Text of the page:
I’ve decided to do a few blogposts on various areas of the Maths curriculum – sharing some ideas that I use in my classroom. I love teaching Maths, I try to make it as practical as possible – some concepts lend themselves to practical hands on tasks and lessons, while others need lots of drills and practice in copies. The first concept I’ll focus on is Perimeter and Area as these are the concepts we are currently learning about in class.
What is area? What is perimeter? What’s the difference?
Draw a rectangle on the board. Ask the children to label the perimeter and the area. I explain to the children that to find the perimeter I walk around the shape and to find the area I’m looking at the space between the walls/sides of the rectangle.
This image explains both area and perimeter. (Source: TES)
5 minutes: Get the children to draw different squares and rectangles on the squared paper. Ask them to draw at least 5 different squares/rectangles. Then ask the children to calculate the perimeter of each one. Remind them to walk around the shape (adding the lengths of each side together). Next ask the children to show where the area of each shape is and how they will calculate the area – count the squares. Following this, ask the children if they can spot another way to calculate the area and introduce the concept of length x width. (This will have to be used when there is no squared paper available.)
Find the area
- Draw and label the lengths of various squares and rectangles on the whiteboard. Ask children to calculate the area. (Use squared paper and blank paper – get the children to draw their own shapes on plain paper and then calculate the area – good to practice drawing lines of varying length)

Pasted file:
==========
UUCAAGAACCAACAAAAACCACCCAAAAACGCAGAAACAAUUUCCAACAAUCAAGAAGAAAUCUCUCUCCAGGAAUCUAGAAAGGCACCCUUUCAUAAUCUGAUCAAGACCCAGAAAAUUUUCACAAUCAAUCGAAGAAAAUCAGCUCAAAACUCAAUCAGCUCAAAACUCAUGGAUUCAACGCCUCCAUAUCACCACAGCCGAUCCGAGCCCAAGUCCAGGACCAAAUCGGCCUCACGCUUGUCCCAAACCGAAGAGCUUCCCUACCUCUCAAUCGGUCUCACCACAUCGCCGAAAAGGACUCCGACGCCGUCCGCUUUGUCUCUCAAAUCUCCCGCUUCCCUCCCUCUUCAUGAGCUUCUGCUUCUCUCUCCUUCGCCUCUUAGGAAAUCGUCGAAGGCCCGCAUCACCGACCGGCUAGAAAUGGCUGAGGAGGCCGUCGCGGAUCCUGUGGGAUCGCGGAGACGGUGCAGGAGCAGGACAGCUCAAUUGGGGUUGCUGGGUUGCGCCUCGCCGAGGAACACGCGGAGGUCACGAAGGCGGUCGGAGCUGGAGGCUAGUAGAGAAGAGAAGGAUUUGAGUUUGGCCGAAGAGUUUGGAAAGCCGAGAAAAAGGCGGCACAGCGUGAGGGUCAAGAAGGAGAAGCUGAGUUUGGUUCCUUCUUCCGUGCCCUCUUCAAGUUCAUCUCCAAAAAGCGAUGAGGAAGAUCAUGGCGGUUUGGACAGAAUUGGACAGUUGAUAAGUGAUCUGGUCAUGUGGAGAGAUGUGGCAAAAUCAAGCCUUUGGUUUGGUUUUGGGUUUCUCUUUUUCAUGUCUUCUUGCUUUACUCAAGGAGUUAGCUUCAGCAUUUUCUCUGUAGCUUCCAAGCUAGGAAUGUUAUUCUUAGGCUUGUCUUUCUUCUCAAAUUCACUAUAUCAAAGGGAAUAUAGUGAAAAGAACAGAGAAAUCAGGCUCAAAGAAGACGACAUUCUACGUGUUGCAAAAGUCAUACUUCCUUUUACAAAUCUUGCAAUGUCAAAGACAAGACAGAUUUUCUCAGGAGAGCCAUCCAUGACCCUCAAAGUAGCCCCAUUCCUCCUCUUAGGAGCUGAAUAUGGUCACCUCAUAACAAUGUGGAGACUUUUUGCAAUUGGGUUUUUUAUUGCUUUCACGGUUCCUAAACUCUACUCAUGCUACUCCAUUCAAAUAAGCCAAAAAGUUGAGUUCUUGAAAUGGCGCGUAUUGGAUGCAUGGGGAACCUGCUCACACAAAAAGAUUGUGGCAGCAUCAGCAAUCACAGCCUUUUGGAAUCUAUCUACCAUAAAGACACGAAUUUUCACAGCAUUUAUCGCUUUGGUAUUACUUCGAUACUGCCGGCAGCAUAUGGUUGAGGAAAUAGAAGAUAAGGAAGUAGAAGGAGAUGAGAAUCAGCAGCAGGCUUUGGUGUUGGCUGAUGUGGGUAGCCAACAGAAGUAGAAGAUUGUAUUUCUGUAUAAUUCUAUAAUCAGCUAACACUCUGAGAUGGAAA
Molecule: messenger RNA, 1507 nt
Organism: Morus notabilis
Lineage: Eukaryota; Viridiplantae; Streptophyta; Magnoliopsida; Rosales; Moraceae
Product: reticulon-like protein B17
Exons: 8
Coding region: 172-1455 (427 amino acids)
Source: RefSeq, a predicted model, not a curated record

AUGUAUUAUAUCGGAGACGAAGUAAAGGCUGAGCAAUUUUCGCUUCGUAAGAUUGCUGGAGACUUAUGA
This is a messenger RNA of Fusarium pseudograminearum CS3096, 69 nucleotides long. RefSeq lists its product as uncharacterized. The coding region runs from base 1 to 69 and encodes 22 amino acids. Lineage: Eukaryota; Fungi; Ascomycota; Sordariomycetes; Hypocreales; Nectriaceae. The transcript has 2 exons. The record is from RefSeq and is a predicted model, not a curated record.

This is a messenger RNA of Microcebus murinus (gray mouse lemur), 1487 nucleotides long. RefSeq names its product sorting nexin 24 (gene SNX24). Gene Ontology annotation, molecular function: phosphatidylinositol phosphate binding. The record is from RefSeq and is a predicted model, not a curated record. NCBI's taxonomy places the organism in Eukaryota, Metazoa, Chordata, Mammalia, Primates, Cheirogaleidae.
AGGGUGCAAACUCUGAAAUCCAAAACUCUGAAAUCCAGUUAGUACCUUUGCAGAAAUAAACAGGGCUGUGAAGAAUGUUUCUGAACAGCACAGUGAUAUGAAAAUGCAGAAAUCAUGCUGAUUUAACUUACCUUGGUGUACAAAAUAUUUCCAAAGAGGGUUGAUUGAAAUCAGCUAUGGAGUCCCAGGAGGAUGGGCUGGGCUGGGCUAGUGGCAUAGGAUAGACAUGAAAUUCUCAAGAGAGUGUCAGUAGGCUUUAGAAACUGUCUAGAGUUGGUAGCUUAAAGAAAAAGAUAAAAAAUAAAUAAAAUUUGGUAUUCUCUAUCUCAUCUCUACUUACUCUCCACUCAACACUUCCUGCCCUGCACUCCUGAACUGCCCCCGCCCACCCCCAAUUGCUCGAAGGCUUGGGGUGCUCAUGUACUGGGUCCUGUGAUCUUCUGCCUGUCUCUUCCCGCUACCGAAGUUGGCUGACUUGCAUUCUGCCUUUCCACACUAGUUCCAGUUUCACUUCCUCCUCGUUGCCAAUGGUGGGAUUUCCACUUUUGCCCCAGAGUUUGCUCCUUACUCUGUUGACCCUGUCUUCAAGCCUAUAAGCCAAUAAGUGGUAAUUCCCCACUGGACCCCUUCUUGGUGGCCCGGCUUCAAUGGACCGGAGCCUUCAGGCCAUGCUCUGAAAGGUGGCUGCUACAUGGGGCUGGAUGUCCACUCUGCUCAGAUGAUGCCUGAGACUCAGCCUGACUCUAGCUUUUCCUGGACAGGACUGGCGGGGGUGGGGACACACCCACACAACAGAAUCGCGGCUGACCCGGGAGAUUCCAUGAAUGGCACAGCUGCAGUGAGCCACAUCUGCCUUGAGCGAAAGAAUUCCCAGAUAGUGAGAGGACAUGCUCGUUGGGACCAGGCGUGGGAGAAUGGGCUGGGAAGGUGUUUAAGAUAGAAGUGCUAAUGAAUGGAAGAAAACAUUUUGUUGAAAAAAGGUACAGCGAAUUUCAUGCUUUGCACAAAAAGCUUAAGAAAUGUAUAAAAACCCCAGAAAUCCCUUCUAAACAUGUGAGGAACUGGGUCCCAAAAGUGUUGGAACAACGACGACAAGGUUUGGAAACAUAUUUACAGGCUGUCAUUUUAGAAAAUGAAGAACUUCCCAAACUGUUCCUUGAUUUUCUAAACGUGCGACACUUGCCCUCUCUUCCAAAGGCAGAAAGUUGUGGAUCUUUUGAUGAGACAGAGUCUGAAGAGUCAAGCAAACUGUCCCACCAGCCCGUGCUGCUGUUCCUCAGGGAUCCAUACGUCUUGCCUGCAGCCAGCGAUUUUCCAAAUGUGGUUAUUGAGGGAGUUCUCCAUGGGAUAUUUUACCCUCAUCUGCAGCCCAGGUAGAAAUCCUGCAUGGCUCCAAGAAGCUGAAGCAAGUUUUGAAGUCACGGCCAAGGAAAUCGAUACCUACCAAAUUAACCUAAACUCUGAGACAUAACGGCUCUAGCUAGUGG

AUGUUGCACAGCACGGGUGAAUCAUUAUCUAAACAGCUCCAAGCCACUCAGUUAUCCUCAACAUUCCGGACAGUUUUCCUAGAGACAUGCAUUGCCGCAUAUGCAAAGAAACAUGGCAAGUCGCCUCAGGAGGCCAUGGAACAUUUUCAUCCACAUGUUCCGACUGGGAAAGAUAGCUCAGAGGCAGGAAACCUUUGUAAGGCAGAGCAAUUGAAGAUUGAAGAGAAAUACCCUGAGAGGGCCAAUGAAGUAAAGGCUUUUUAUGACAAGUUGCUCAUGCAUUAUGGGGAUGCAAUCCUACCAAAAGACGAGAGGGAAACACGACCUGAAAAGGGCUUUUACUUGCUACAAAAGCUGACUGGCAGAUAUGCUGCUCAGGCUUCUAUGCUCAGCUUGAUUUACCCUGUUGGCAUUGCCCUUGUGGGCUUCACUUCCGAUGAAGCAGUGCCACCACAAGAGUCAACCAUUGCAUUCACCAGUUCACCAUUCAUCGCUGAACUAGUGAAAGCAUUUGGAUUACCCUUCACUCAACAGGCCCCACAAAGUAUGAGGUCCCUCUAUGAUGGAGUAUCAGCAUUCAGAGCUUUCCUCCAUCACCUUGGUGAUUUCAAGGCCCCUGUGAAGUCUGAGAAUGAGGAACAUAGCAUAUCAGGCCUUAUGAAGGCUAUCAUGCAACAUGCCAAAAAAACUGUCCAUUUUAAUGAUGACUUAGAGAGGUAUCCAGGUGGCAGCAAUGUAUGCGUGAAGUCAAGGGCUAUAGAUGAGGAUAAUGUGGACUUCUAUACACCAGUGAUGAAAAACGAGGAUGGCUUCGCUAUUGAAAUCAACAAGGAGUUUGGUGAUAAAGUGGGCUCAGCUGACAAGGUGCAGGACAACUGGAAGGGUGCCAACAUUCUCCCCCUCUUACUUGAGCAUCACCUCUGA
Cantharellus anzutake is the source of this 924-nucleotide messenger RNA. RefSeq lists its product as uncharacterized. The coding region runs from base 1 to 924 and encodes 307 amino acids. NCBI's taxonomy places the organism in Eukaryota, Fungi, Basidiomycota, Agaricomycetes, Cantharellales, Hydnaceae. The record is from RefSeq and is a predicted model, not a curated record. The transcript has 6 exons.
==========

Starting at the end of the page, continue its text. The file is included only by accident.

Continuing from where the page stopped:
- Use tape to create squares and rectangles of various sizes around the classroom – in groups, the children can go to each shape, measure the length of each line and then calculate the area of them.
- Calculate the area of the classroom.
- Look at house plans – estimate the size of the rooms and calculate the area.
Children draw their name in block letters on squared paper. They can then colour in each letter and calculate the area.
Love this idea from Muinteoir Fabulous.
Find the area of compound shapes
These can be difficult for children to calculate. Ask the children to divide the shape into 2/3 rectangles or squares and to find the length of the other sides by using the information they have.
I ask children to label each part (I usually ask them to give each section a letter). It can be a good idea to focus on one section at a time and block out the other sections. I also find a dotted line can help the children to break the shape into manageable sections.
Divide the children into groups of 3 or 4 and give them a large sheet of paper (squared or plain). Give each group an area and invite them to choose the shape of the room – will it be a square/rectangle or will it be a compound shape?
Each group will be given a certain area for their room and using argos catalogues they can then chose items of furniture that will fit well into their rooms. Most items have the measurements included so children will have to calculate the area of their chosen items to make sure that they will fit in their room. They can then cut out the picture and place it onto the page.
Overall area is a great topic for lots of practical activities and using real life maths (house plans/brochures).